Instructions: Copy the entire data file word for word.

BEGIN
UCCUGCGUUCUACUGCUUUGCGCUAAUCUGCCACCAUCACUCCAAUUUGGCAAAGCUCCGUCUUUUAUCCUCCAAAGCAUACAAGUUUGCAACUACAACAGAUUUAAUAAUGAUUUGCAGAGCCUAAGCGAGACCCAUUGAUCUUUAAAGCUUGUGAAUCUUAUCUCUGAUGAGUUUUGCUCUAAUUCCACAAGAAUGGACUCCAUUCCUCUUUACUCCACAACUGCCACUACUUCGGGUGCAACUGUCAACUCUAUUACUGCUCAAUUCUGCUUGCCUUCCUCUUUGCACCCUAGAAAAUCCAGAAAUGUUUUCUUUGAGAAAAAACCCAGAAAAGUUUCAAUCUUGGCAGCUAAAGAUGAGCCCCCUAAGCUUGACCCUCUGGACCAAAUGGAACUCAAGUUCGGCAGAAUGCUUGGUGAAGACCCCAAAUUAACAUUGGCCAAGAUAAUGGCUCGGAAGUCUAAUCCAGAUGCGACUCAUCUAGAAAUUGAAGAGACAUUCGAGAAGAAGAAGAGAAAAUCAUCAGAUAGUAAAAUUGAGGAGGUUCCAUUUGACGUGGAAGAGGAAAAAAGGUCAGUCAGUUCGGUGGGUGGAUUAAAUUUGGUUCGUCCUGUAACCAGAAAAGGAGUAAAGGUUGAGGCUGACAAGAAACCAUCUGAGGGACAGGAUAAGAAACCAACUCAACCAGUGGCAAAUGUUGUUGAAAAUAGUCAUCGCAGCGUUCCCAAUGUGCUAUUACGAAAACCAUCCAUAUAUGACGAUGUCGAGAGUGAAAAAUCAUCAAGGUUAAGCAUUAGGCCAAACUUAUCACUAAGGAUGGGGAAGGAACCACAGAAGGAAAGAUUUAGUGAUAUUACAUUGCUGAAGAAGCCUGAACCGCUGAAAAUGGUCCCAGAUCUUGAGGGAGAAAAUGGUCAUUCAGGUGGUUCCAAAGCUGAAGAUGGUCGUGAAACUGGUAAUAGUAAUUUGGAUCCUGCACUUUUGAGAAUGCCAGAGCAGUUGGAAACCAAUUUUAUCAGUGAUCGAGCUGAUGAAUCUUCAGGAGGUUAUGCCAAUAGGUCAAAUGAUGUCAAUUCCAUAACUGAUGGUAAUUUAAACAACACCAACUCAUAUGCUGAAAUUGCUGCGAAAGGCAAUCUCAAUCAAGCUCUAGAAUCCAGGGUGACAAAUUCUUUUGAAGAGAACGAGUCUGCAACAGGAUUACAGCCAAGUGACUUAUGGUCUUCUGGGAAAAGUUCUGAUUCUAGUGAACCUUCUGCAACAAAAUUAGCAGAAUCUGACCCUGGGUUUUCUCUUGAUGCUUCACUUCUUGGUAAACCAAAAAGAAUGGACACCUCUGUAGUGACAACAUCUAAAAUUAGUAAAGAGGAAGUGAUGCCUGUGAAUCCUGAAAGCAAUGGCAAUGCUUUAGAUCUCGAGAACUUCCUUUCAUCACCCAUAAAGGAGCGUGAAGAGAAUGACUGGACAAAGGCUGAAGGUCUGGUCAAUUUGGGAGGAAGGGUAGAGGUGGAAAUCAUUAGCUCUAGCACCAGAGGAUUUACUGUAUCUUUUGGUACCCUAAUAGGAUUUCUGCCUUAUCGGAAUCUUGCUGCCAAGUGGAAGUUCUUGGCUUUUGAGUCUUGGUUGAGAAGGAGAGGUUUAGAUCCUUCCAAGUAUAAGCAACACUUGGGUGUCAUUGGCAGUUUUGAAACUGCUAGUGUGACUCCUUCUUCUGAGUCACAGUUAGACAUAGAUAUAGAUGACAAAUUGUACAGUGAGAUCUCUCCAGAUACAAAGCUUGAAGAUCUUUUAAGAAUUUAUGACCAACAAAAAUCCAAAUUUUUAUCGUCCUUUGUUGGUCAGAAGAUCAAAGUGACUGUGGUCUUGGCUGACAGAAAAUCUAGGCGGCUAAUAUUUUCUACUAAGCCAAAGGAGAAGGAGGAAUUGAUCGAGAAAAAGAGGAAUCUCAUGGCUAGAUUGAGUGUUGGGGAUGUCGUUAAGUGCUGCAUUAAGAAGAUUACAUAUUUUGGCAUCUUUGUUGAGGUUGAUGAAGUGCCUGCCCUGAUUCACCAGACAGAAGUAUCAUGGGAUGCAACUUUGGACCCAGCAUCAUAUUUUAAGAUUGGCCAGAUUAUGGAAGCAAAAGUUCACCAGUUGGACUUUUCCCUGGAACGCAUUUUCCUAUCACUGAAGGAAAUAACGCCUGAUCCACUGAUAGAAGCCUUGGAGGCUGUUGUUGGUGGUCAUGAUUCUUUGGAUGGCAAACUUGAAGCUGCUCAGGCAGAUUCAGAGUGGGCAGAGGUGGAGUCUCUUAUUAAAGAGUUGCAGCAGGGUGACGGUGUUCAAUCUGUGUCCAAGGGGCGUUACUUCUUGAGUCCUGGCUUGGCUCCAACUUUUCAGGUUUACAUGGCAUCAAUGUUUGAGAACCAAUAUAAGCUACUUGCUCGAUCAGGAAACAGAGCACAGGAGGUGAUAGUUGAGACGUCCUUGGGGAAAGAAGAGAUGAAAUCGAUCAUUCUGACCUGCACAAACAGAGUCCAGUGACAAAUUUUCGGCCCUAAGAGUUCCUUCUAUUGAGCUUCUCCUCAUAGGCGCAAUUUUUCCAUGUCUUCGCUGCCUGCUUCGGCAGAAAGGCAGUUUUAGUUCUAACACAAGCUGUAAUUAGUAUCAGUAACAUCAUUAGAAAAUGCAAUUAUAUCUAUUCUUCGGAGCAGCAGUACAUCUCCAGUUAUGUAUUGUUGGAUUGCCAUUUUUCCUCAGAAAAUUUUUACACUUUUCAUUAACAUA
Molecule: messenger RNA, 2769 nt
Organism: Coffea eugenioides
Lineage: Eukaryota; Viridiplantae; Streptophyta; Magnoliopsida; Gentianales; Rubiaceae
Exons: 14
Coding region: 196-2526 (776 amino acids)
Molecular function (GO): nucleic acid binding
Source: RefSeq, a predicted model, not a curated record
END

UCCUGCGUUCUACUGCUUUGCGCUAAUCUGCCACCAUCACUCCAAUUUGGCAAAGCUCCGUCUUUUAUCCUCCAAAGCAUACAAGUUUGCAACUACAACAGAUUUAAUAAUGAUUUGCAGAGCCUAAGCGAGACCCAUUGAUCUUUAAAGCUUGUGAAUCUUAUCUCUGAUGAGUUUUGCUCUAAUUCCACAAGAAUGGACUCCAUUCCUCUUUACUCCACAACUGCCACUACUUCGGGUGCAACUGUCAACUCUAUUACUGCUCAAUUCUGCUUGCCUUCCUCUUUGCACCCUAGAAAAUCCAGAAAUGUUUUCUUUGAGAAAAAACCCAGAAAAGUUUCAAUCUUGGCAGCUAAAGAUGAGCCCCCUAAGCUUGACCCUCUGGACCAAAUGGAACUCAAGUUCGGCAGAAUGCUUGGUGAAGACCCCAAAUUAACAUUGGCCAAGAUAAUGGCUCGGAAGUCUAAUCCAGAUGCGACUCAUCUAGAAAUUGAAGAGACAUUCGAGAAGAAGAAGAGAAAAUCAUCAGAUAGUAAAAUUGAGGAGGUUCCAUUUGACGUGGAAGAGGAAAAAAGGUCAGUCAGUUCGGUGGGUGGAUUAAAUUUGGUUCGUCCUGUAACCAGAAAAGGAGUAAAGGUUGAGGCUGACAAGAAACCAUCUGAGGGACAGGAUAAGAAACCAACUCAACCAGUGGCAAAUGUUGUUGAAAAUAGUCAUCGCAGCGUUCCCAAUGUGCUAUUACGAAAACCAUCCAUAUAUGACGAUGUCGAGAGUGAAAAAUCAUCAAGGUUAAGCAUUAGGCCAAACUUAUCACUAAGGAUGGGGAAGGAACCACAGAAGGAAAGAUUUAGUGAUAUUACAUUGCUGAAGAAGCCUGAACCGCUGAAAAUGGUCCCAGAUCUUGAGGGAGAAAAUGGUCAUUCAGGUGGUUCCAAAGCUGAAGAUGGUCGUGAAACUGGUAAUAGUAAUUUGGAUCCUGCACUUUUGAGAAUGCCAGAGCAGUUGGAAACCAAUUUUAUCAGUGAUCGAGCUGAUGAAUCUUCAGGAGGUUAUGCCAAUAGGUCAAAUGAUGUCAAUUCCAUAACUGAUGGUAAUUUAAACAACACCAACUCAUAUGCUGAAAUUGCUGCGAAAGGCAAUCUCAAUCAAGCUCUAGAAUCCAGGGUGACAAAUUCUUUUGAAGAGAACGAGUCUGCAACAGGAUUACAGCCAAGUGACUUAUGGUCUUCUGGGAAAAGUUCUGAUUCUAGUGAACCUUCUGCAACAAAAUUAGCAGAAUCUGACCCUGGGUUUUCUCUUGAUGCUUCACUUCUUGGUAAACCAAAAAGAAUGGACACCUCUGUAGUGACAACAUCUAAAAUUAGUAAAGAGGAAGUGAUGCCUGUGAAUCCUGAAAGCAAUGGCAAUGCUUUAGAUCUCGAGAACUUCCUUUCAUCACCCAUAAAGGAGCGUGAAGAGAAUGACUGGACAAAGGCUGAAGGUCUGGUCAAUUUGGGAGGAAGGGUAGAGGUGGAAAUCAUUAGCUCUAGCACCAGAGGAUUUACUGUAUCUUUUGGUACCCUAAUAGGAUUUCUGCCUUAUCGGAAUCUUGCUGCCAAGUGGAAGUUCUUGGCUUUUGAGUCUUGGUUGAGAAGGAGAGGUUUAGAUCCUUCCAAGUAUAAGCAACACUUGGGUGUCAUUGGCAGUUUUGAAACUGCUAGUGUGACUCCUUCUUCUGAGUCACAGUUAGACAUAGAUAUAGAUGACAAAUUGUACAGUGAGAUCUCUCCAGAUACAAAGCUUGAAGAUCUUUUAAGAAUUUAUGACCAACAAAAAUCCAAAUUUUUAUCGUCCUUUGUUGGUCAGAAGAUCAAAGUGACUGUGGUCUUGGCUGACAGAAAAUCUAGGCGGCUAAUAUUUUCUACUAAGCCAAAGGAGAAGGAGGAAUUGAUCGAGAAAAAGAGGAAUCUCAUGGCUAGAUUGAGUGUUGGGGAUGUCGUUAAGUGCUGCAUUAAGAAGAUUACAUAUUUUGGCAUCUUUGUUGAGGUUGAUGAAGUGCCUGCCCUGAUUCACCAGACAGAAGUAUCAUGGGAUGCAACUUUGGACCCAGCAUCAUAUUUUAAGAUUGGCCAGAUUAUGGAAGCAAAAGUUCACCAGUUGGACUUUUCCCUGGAACGCAUUUUCCUAUCACUGAAGGAAAUAACGCCUGAUCCACUGAUAGAAGCCUUGGAGGCUGUUGUUGGUGGUCAUGAUUCUUUGGAUGGCAAACUUGAAGCUGCUCAGGCAGAUUCAGAGUGGGCAGAGGUGGAGUCUCUUAUUAAAGAGUUGCAGCAGGGUGACGGUGUUCAAUCUGUGUCCAAGGGGCGUUACUUCUUGAGUCCUGGCUUGGCUCCAACUUUUCAGGUUUACAUGGCAUCAAUGUUUGAGAACCAAUAUAAGCUACUUGCUCGAUCAGGAAACAGAGCACAGGAGGUGAUAGUUGAGACGUCCUUGGGGAAAGAAGAGAUGAAAUCGAUCAUUCUGACCUGCACAAACAGAGUCCAGUGACAAAUUUUCGGCCCUAAGAGUUCCUUCUAUUGAGCUUCUCCUCAUAGGCGCAAUUUUUCCAUGUCUUCGCUGCCUGCUUCGGCAGAAAGGCAGUUUUAGUUCUAACACAAGCUGUAAUUAGUAUCAGUAACAUCAUUAGAAAAUGCAAUUAUAUCUAUUCUUCGGAGCAGCAGUACAUCUCCAGUUAUGUAUUGUUGGAUUGCCAUUUUUCCUCAGAAAAUUUUUACACUUUUCAUUAACAUA
Molecule: messenger RNA, 2769 nt
Organism: Coffea eugenioides
Lineage: Eukaryota; Viridiplantae; Streptophyta; Magnoliopsida; Gentianales; Rubiaceae
Exons: 14
Coding region: 196-2526 (776 amino acids)
Molecular function (GO): nucleic acid binding
Source: RefSeq, a predicted model, not a curated record